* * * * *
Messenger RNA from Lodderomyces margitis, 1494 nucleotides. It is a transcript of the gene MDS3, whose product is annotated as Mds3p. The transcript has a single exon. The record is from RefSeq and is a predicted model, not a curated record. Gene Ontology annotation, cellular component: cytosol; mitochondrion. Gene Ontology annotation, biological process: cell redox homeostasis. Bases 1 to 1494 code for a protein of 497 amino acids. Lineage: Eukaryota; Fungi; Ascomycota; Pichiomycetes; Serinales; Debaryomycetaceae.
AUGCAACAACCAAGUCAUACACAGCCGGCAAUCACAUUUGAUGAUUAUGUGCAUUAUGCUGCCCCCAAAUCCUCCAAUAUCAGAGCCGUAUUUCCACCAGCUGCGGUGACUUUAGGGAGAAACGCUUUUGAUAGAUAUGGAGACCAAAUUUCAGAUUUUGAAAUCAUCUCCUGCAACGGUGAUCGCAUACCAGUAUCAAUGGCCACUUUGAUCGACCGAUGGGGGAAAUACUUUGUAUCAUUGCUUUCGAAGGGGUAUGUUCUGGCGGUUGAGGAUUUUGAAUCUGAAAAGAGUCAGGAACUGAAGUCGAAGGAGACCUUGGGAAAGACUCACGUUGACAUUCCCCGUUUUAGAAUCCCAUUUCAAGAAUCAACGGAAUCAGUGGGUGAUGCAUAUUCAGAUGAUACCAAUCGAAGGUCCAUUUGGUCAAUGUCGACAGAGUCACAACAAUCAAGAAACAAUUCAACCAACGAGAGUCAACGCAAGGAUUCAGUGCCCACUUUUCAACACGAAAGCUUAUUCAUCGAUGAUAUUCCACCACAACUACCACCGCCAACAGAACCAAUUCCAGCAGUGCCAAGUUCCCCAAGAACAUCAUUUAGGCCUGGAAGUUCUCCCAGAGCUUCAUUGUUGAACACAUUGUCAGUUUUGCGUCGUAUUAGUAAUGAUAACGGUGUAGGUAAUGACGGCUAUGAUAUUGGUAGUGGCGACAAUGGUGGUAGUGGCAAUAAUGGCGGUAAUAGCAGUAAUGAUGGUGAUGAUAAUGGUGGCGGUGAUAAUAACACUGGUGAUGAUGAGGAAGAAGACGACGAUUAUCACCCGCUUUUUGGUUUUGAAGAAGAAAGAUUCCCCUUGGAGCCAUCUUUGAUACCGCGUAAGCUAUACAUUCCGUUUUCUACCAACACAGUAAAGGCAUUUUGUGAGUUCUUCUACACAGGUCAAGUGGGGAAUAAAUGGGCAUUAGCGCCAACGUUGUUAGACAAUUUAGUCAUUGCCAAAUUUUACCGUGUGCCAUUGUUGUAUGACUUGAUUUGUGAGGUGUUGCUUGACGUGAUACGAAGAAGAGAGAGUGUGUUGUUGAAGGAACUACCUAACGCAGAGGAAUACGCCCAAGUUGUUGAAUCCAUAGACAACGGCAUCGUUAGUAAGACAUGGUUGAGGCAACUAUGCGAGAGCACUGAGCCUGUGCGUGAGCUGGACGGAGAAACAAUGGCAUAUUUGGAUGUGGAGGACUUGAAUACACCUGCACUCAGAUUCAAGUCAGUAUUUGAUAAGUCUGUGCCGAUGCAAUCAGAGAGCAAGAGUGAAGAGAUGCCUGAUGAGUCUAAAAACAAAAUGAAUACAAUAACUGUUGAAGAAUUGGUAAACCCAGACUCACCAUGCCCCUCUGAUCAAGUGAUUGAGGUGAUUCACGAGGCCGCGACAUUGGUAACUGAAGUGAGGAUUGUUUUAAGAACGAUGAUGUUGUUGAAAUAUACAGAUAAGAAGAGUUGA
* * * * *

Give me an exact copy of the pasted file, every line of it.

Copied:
Messenger RNA from Lodderomyces margitis, 1494 nucleotides. It is a transcript of the gene MDS3, whose product is annotated as Mds3p. The transcript has a single exon. The record is from RefSeq and is a predicted model, not a curated record. Gene Ontology annotation, cellular component: cytosol; mitochondrion. Gene Ontology annotation, biological process: cell redox homeostasis. Bases 1 to 1494 code for a protein of 497 amino acids. Lineage: Eukaryota; Fungi; Ascomycota; Pichiomycetes; Serinales; Debaryomycetaceae.
AUGCAACAACCAAGUCAUACACAGCCGGCAAUCACAUUUGAUGAUUAUGUGCAUUAUGCUGCCCCCAAAUCCUCCAAUAUCAGAGCCGUAUUUCCACCAGCUGCGGUGACUUUAGGGAGAAACGCUUUUGAUAGAUAUGGAGACCAAAUUUCAGAUUUUGAAAUCAUCUCCUGCAACGGUGAUCGCAUACCAGUAUCAAUGGCCACUUUGAUCGACCGAUGGGGGAAAUACUUUGUAUCAUUGCUUUCGAAGGGGUAUGUUCUGGCGGUUGAGGAUUUUGAAUCUGAAAAGAGUCAGGAACUGAAGUCGAAGGAGACCUUGGGAAAGACUCACGUUGACAUUCCCCGUUUUAGAAUCCCAUUUCAAGAAUCAACGGAAUCAGUGGGUGAUGCAUAUUCAGAUGAUACCAAUCGAAGGUCCAUUUGGUCAAUGUCGACAGAGUCACAACAAUCAAGAAACAAUUCAACCAACGAGAGUCAACGCAAGGAUUCAGUGCCCACUUUUCAACACGAAAGCUUAUUCAUCGAUGAUAUUCCACCACAACUACCACCGCCAACAGAACCAAUUCCAGCAGUGCCAAGUUCCCCAAGAACAUCAUUUAGGCCUGGAAGUUCUCCCAGAGCUUCAUUGUUGAACACAUUGUCAGUUUUGCGUCGUAUUAGUAAUGAUAACGGUGUAGGUAAUGACGGCUAUGAUAUUGGUAGUGGCGACAAUGGUGGUAGUGGCAAUAAUGGCGGUAAUAGCAGUAAUGAUGGUGAUGAUAAUGGUGGCGGUGAUAAUAACACUGGUGAUGAUGAGGAAGAAGACGACGAUUAUCACCCGCUUUUUGGUUUUGAAGAAGAAAGAUUCCCCUUGGAGCCAUCUUUGAUACCGCGUAAGCUAUACAUUCCGUUUUCUACCAACACAGUAAAGGCAUUUUGUGAGUUCUUCUACACAGGUCAAGUGGGGAAUAAAUGGGCAUUAGCGCCAACGUUGUUAGACAAUUUAGUCAUUGCCAAAUUUUACCGUGUGCCAUUGUUGUAUGACUUGAUUUGUGAGGUGUUGCUUGACGUGAUACGAAGAAGAGAGAGUGUGUUGUUGAAGGAACUACCUAACGCAGAGGAAUACGCCCAAGUUGUUGAAUCCAUAGACAACGGCAUCGUUAGUAAGACAUGGUUGAGGCAACUAUGCGAGAGCACUGAGCCUGUGCGUGAGCUGGACGGAGAAACAAUGGCAUAUUUGGAUGUGGAGGACUUGAAUACACCUGCACUCAGAUUCAAGUCAGUAUUUGAUAAGUCUGUGCCGAUGCAAUCAGAGAGCAAGAGUGAAGAGAUGCCUGAUGAGUCUAAAAACAAAAUGAAUACAAUAACUGUUGAAGAAUUGGUAAACCCAGACUCACCAUGCCCCUCUGAUCAAGUGAUUGAGGUGAUUCACGAGGCCGCGACAUUGGUAACUGAAGUGAGGAUUGUUUUAAGAACGAUGAUGUUGUUGAAAUAUACAGAUAAGAAGAGUUGA